Motifs are recurring structures, contrasts, or literary devices that can help to develop and inform the text’s major themes.

The Constantly Changing Mascot Name

On the first day of school, Melinda announces that the former school mascot (“the Trojans”) has been replaced with the name "Blue Devils" to send a message about abstinence. However, the team's colors don't change from purple and gray, illustrating the change is superficial and meaningless. After Halloween, their mascot becomes the Tigers. Early on in the semester, the students attend a "democratic forum" to choose a new mascot name that doesn't offend animal activists. They become the Wombats for a while until budgetary concerns make them choose the Hornets. When the kids make a chant that includes "horny Hornets," the administration again threatens to change the name, but the students demand to keep the name Hornets. The constantly changing name helps reinforce the idea that most teenagers don't really know who they are yet, that their identities are constantly shifting, and that they are resistant to identities being imposed on them by authority figures. They try on different names and identities like Melinda's friend Rachel who starts calling herself Rachelle. The mascot changes also suggest the adults are more occupied with budget concerns and what the media thinks than what the students want.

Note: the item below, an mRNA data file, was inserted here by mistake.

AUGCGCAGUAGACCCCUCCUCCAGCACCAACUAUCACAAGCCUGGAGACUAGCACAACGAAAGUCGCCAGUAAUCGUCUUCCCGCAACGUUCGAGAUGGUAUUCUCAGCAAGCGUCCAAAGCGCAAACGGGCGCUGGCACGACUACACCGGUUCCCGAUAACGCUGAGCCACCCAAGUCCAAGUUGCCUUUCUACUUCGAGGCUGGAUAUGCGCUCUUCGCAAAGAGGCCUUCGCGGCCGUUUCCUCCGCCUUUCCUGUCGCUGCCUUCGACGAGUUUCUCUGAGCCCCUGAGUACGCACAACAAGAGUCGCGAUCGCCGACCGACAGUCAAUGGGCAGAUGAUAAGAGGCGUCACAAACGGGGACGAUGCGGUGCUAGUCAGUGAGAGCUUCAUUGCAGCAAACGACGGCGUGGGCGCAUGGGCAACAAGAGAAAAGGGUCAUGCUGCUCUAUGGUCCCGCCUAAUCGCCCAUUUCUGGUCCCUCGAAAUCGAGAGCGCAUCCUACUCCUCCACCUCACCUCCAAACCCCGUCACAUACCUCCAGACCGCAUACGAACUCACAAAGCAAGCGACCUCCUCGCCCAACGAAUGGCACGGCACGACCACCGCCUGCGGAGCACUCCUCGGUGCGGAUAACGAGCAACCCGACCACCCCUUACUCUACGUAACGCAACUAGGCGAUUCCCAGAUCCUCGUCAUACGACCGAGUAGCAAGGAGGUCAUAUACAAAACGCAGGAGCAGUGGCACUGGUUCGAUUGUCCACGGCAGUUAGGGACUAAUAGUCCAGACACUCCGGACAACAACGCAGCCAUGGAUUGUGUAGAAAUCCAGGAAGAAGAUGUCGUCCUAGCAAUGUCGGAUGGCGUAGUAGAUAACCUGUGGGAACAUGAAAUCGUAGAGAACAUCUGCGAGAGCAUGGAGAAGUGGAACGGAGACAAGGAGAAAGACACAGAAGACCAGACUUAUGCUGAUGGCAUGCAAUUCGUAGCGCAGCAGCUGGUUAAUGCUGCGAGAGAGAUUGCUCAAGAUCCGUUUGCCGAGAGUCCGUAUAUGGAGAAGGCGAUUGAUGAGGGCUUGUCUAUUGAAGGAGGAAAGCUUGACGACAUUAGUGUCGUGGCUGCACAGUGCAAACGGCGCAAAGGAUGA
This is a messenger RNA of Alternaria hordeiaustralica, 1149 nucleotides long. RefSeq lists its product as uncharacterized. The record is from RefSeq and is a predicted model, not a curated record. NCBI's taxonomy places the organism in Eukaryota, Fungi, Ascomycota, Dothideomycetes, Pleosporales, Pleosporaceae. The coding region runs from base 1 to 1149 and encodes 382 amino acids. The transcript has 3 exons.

The motif of acting manifests in several different ways throughout the novel. Melinda often explains conversations with her parents as if she is transcribing a play, demonstrating the idea that they are merely acting like a family, and that she doesn’t think they feel like one. Nearly everyone in the story is playing a part, starting with Melinda and the role that has been imposed upon her. Although she is a victim, everyone at school views her as a villain due to the incident over the summer. She can’t bring herself to contradict them, and she has “a whole range of smiles” so she can communicate nonverbally that this role doesn’t bother her. Because of this, she claims herself to be “a good actor.” Similarly, in her mother, Melinda sees a million contradictions. She wants to be, or at least present herself as, the perfect stay-at-home mom, but in reality she has a thriving career that demands all of her time, and neither the time nor the inclination for much else. Finally, Melinda’s attacker Andy Evans plays the part of the popular and well-liked senior even though he has a history of assault and a reputation among many of the girls at school that is far less beloved than meets the eye. All of these instances of playacting suggest that people are never quite what they seem.

Standing Up for Oneself

The idea of standing up for oneself recurs throughout the novel, emphasizing the importance of communicating. What Melinda first notices about David is that he stands up for himself when Mr. Neck tries to silence him during a class discussion. Not only does he speak his mind, he also gets results in the form of a tiny bit of power over the way Mr. Neck runs his class. Melinda chooses to write a report about the suffragettes because she is inspired by their tenacity, and when Mr. Neck demands she present the report orally, Melinda literally protests the unfair treatment. Repeatedly, people are punished for speaking up, such as the suffragettes that get arrested as well as Melinda who gets a D and detention for her protest. However, it is demonstrated that neither the suffragettes in the past, nor Melinda in the present, back down. Although Melinda repeatedly sees people get punished for speaking up for themselves, she keeps trying to speak in different ways until she is heard.